One of the most important goals of investing should be maintaining
financial independence in retirement. With that in mind, here are some key
retirement planning tax traps to avoid.
Neglecting taxable savings. Because earnings in
qualified retirement plans and IRAs grow tax-deferred, it seems obvious that
these plans should receive the maximum contribution allowable and perhaps even
the bulk of someone’s available savings. The reality is that the tax hit when
withdrawing these funds in retirement often turns out to be potentially higher
than many thought. Therefore, you shouldn’t overlook systematically saving
after-tax dollars in taxable accounts.
assets in the wrong accounts. Sometimes
investments are held across multiple IRAs, qualified retirement plans, and
taxable accounts. In these situations, it is prudent to strike a balance
between taxable and tax-deferred accounts. It makes sense to talk to a
professional when deciding what to invest and in which account type.
Missing “catch up” contributions. Employees who participate in qualified retirement plans at
work and are age 50 or older can contribute an additional $5,500 in 2013 (or an
extra $1000 in an IRA).
income from the wrong accounts. Understanding
your tax situation is important in determining from where and when to withdraw
income in retirement. Although this decision requires deliberation, you should
consider striking a balance between taxable and tax-deferred accounts to the
extent that income generated from the tax-deferred accounts doesn’t place you
into a higher tax bracket.
capital gains and dividends when current income is needed. If income is needed in retirement from either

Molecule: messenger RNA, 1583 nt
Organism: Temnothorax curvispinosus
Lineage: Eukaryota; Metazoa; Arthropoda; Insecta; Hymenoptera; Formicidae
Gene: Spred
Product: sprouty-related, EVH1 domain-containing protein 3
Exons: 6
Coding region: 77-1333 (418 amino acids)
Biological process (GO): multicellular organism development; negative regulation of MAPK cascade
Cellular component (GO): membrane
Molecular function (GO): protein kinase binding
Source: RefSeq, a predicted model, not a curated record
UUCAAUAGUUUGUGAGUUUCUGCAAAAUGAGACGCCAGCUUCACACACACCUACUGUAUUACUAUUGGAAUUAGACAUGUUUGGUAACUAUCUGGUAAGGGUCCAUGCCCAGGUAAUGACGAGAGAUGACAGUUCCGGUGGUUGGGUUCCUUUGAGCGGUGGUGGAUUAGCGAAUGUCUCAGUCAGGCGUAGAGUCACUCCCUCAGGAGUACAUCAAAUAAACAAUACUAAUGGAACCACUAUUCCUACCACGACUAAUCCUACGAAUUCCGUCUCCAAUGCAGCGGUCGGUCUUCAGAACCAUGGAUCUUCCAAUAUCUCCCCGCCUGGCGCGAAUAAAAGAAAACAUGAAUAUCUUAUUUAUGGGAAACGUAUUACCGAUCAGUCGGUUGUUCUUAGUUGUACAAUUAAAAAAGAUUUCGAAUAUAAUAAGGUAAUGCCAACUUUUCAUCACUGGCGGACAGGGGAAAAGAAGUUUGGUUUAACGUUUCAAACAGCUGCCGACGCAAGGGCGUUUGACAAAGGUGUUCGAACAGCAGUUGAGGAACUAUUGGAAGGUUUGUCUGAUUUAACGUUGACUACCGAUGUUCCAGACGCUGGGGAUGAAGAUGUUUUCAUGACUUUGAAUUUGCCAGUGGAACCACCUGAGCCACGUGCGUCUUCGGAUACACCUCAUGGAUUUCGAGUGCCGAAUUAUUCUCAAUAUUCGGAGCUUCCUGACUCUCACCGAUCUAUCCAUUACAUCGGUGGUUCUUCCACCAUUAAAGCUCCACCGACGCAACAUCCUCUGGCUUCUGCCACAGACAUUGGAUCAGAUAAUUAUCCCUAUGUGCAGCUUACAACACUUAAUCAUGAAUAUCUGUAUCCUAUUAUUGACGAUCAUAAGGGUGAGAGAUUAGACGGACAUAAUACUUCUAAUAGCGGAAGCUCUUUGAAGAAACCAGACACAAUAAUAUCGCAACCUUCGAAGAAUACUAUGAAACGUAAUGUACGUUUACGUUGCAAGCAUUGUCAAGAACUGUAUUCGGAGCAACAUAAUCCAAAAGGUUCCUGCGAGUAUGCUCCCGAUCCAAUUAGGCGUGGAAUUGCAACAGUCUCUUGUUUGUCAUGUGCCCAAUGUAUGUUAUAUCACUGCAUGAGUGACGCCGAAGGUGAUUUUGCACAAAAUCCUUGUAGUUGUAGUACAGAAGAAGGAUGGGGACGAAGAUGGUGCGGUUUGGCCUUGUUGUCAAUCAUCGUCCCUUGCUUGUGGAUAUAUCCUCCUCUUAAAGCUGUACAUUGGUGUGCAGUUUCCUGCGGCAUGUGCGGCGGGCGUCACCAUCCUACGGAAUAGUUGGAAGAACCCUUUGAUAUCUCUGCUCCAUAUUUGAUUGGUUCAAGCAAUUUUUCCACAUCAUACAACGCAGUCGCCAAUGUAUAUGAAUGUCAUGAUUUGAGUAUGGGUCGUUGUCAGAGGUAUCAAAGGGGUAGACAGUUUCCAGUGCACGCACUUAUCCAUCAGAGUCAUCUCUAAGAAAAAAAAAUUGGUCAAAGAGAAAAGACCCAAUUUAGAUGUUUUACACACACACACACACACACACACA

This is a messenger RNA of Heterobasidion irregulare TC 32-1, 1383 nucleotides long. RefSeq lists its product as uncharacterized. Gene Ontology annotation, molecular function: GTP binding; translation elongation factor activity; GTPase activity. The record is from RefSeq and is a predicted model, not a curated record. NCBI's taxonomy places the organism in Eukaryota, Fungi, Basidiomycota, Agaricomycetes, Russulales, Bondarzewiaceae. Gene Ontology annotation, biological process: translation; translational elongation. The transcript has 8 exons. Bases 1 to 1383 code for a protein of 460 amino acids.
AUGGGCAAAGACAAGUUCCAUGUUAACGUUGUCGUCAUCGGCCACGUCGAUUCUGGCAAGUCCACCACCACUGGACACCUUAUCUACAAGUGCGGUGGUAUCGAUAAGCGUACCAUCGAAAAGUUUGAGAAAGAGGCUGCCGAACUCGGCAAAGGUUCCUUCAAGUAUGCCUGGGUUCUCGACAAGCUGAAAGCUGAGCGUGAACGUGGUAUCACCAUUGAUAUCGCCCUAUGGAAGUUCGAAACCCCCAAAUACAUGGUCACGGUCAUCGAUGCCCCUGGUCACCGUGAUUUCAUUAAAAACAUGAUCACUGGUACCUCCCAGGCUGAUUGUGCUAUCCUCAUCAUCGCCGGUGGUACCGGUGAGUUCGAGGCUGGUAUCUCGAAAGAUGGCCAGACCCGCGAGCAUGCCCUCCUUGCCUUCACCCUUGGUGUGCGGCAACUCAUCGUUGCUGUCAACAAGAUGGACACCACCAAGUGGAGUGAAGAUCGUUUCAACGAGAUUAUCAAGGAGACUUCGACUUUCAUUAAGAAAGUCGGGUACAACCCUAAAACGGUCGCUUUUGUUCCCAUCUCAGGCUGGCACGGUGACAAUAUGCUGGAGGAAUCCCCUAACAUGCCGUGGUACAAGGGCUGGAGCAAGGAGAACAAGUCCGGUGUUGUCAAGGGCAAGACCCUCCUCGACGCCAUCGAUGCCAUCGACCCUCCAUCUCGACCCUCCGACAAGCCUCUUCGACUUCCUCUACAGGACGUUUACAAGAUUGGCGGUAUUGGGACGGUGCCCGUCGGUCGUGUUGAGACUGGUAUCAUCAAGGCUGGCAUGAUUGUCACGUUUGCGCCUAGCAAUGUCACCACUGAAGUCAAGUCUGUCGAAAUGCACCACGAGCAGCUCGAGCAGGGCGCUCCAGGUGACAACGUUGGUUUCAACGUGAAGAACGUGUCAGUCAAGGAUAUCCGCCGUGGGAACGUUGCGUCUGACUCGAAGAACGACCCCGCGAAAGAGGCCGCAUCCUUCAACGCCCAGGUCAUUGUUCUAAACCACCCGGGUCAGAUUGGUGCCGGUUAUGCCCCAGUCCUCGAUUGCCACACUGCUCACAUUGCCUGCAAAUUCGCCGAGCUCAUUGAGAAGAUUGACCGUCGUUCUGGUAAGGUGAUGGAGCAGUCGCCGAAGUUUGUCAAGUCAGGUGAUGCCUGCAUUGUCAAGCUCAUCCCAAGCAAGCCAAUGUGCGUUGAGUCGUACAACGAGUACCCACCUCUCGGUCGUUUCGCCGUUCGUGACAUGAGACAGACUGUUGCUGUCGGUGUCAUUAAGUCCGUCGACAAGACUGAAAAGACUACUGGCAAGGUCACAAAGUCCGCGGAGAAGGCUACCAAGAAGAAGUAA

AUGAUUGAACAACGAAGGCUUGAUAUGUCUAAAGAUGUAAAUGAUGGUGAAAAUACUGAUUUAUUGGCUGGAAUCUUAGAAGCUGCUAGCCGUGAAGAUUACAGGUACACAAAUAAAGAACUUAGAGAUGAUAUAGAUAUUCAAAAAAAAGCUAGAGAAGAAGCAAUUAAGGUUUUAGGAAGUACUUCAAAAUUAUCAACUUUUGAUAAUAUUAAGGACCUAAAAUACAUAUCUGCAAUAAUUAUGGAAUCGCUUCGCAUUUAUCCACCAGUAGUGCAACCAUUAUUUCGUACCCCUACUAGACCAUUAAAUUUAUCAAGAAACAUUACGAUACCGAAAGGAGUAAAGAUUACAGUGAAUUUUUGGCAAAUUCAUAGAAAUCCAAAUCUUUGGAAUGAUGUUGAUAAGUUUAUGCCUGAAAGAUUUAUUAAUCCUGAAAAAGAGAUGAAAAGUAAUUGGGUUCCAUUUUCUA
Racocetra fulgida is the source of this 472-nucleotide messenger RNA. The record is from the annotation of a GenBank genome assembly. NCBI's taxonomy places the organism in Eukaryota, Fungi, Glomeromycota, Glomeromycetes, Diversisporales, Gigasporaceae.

tax-deferred or taxable accounts, consider not reinvesting capital gains and
dividends within mutual funds. Rather, let them sweep into a money market fund
for income payout purposes. This may reduce trading costs, turnover, and
potential taxes within taxable accounts. And if the assets are to be withdrawn
within a relatively short time, reinvesting can expose the investments to potential
or no beneficiary designations. It’s important
to avoid a taxable distribution of IRA or qualified retirement plan assets to
the owner’s estate by ensuring there are individual beneficiaries listed on the
accounts (if that’s your intention). Having a trust serve as an unintended beneficiary
of your IRA or qualified retirement plan can create a taxable event at your
death and effectively negate years of tax deferral benefits for the
In most cases it may make
more sense to name individuals as beneficiaries. If the beneficiary of an IRA
or qualified retirement plan is the surviving spouse and that spouse properly
rolls over the distribution into an IRA, the distribution will not be taxed
until the surviving spouse starts distributions. The surviving spouse is not
required to begin distributions until reaching age 70 and a half, unless the
decedent IRA owner had already started Required Minimum Distributions (RMDs).
financial strategies, it’s strongly recommended that you seek outside
professional and/or tax advice.
Chip Gordy, MBA, CRPC is a Financial Advisor with Coastal Wealth
Management, LLC, 10441 Racetrack Rd, Unit 1, Berlin, Md., 21811 and specializes
in Wealth and Retirement Income Planning. He can be reached at 410-208-4545 or email@example.com.